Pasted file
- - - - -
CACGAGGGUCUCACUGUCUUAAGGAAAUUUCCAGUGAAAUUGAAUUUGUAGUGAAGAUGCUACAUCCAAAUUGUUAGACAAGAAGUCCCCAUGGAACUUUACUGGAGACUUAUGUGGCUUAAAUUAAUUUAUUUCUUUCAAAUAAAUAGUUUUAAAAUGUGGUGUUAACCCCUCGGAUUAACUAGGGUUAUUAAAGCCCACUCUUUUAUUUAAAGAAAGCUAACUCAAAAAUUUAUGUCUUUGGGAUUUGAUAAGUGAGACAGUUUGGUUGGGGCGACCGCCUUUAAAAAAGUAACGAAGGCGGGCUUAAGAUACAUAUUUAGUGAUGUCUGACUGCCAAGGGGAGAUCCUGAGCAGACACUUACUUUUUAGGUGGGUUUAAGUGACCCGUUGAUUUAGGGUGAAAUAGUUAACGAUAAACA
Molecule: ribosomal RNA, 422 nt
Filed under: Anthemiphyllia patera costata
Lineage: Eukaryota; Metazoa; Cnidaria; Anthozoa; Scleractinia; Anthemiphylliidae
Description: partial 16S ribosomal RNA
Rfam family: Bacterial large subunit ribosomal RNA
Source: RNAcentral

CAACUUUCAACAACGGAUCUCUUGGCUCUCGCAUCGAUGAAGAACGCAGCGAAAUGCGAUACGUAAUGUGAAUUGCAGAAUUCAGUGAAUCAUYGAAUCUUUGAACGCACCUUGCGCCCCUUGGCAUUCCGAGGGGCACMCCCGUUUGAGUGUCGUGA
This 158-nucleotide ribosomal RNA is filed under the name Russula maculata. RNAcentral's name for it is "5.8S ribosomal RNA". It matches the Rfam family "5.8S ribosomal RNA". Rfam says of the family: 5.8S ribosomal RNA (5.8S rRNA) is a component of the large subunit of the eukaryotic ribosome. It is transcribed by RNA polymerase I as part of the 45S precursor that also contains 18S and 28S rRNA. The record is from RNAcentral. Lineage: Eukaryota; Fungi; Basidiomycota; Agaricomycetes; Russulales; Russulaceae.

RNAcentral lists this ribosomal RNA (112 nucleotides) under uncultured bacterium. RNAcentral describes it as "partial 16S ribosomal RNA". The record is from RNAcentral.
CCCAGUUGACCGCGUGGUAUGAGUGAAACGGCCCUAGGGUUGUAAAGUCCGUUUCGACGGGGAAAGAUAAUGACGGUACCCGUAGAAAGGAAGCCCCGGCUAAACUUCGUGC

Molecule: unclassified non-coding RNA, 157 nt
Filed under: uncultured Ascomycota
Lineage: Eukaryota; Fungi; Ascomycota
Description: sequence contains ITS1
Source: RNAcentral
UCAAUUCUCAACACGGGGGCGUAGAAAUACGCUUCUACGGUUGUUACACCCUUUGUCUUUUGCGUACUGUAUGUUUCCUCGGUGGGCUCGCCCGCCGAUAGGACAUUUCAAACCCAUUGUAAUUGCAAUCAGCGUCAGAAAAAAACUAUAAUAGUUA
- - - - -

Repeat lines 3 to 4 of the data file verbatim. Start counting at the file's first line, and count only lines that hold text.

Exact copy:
Filed under: Anthemiphyllia patera costata
Lineage: Eukaryota; Metazoa; Cnidaria; Anthozoa; Scleractinia; Anthemiphylliidae